What Is Up With The Canna Industry’s Mid Winter Blues?

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A range of indicators show that the industry, globally, is hitting a rough patch – but don’t expect this to last.

There are a couple of bellwether developments of late that seem to indicate that the “biz” is hitting a bit of a slump. From the lackluster earnings and stock prices of the largest Canadian LPs to reports that the medical market in Germany has seen static growth – not to mention the latest rounds of buyouts and mergers just about everywhere, the industry is hitting a bit of a global growth time out.

What is going on? In an industry supposedly on a one-way track of exponential growth, such numbers can be a little dispiriting. However, there are several clear reasons for this stagnation, none of which are long-term. Here are a few of the biggies.

  1. Covid may have boosted sales in the US and Canada, but overall, the burden of new regulation and lack of regulation reform combined with the Pandemic is taking its toll everywhere. The overarching issues of profitability in the adult-use market in North America have still not been solved. And in Germany, doctors are still reluctant to prescribe, along with an approval body that, like many government agencies, has slowed to an absolute snail’s pace in approving anything new – from permits to patient coverage. With Covid restrictions on the edge of lifting just about everywhere, expect to see this change, perhaps even as early as this spring.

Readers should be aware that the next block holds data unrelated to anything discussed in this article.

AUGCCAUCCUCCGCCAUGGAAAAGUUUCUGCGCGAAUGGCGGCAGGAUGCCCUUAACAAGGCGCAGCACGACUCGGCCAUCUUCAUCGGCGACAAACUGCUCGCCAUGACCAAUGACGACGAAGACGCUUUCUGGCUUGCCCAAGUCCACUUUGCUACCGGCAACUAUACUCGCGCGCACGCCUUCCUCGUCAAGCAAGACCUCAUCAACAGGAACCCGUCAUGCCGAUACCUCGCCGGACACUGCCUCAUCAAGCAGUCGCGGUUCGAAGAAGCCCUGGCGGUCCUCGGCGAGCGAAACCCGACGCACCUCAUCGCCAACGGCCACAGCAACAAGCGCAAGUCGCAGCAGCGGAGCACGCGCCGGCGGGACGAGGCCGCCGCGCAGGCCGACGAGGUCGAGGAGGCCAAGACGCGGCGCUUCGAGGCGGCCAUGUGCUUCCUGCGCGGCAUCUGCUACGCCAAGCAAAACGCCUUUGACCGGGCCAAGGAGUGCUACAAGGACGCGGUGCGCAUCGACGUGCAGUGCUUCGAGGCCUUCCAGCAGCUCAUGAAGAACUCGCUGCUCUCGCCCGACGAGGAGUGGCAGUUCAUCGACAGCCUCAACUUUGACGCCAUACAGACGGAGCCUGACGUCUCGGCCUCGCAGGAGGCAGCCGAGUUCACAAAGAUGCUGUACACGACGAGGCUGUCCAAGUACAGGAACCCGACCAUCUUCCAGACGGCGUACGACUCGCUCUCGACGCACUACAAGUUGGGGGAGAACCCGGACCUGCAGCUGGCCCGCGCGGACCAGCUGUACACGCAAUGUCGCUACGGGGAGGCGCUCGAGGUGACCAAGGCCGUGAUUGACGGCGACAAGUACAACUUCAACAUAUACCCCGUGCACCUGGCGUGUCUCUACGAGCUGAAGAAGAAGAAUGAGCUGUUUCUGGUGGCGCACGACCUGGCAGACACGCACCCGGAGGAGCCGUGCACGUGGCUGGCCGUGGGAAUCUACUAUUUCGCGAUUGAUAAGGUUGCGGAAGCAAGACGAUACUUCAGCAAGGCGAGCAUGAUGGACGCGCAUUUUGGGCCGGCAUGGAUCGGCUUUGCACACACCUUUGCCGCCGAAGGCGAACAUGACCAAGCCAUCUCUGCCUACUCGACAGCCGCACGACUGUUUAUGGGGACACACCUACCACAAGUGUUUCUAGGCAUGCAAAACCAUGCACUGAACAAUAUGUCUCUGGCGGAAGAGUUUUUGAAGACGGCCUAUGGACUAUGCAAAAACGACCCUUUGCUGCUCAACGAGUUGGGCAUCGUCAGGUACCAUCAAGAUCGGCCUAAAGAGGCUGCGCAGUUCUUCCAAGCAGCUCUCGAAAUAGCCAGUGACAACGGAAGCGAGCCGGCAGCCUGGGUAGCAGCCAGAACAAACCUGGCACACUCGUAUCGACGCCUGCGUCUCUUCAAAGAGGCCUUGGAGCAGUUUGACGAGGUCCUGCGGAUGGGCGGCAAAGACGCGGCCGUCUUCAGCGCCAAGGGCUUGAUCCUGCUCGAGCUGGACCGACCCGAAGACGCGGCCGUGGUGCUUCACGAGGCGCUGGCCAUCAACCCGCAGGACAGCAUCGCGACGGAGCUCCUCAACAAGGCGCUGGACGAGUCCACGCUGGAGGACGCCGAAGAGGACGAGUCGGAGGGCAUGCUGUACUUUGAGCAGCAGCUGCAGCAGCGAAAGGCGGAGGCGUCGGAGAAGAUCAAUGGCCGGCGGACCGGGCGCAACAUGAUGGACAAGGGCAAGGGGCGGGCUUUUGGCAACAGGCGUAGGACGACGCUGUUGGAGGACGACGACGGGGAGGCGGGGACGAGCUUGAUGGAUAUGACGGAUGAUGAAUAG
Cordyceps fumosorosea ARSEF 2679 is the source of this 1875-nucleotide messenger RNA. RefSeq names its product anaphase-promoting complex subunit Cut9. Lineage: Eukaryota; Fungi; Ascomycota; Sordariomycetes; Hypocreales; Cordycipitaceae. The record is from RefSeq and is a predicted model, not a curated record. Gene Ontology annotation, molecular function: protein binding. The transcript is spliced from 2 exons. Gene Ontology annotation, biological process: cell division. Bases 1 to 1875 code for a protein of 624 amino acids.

2. The German market is far from saturation, but sales strategies have largely focussed on convincing still cannabis shy doctors to prescribe a certain brand of cannabis or cannabis products and hoping to convince patients to ask for the same. So far, this has proved highly expensive and inefficient. The only widely known “brand” doctors seem to fall back to is dronabinol, currently about a third to a quarter of the market. With further reform pending, including of the recreational kind, this will also impact medical sales, just in terms of being allowed to discuss much less market cannabis in general.
  3. Recreational reform is now formally on the docket in Germany, with other EU countries plus Switzerland moving forward to launch markets as early as spring 2022. This is going to have a much-needed buzz and pick-me-up effect on legalization conversations in every EU country, as well as globally.

The industry, in other words, may be in the midst of a midwinter slump, but don’t expect that to last. Inefficiencies in the industry are being kinked out, and reform, in many more places, is increasingly if not here, then just around the corner.

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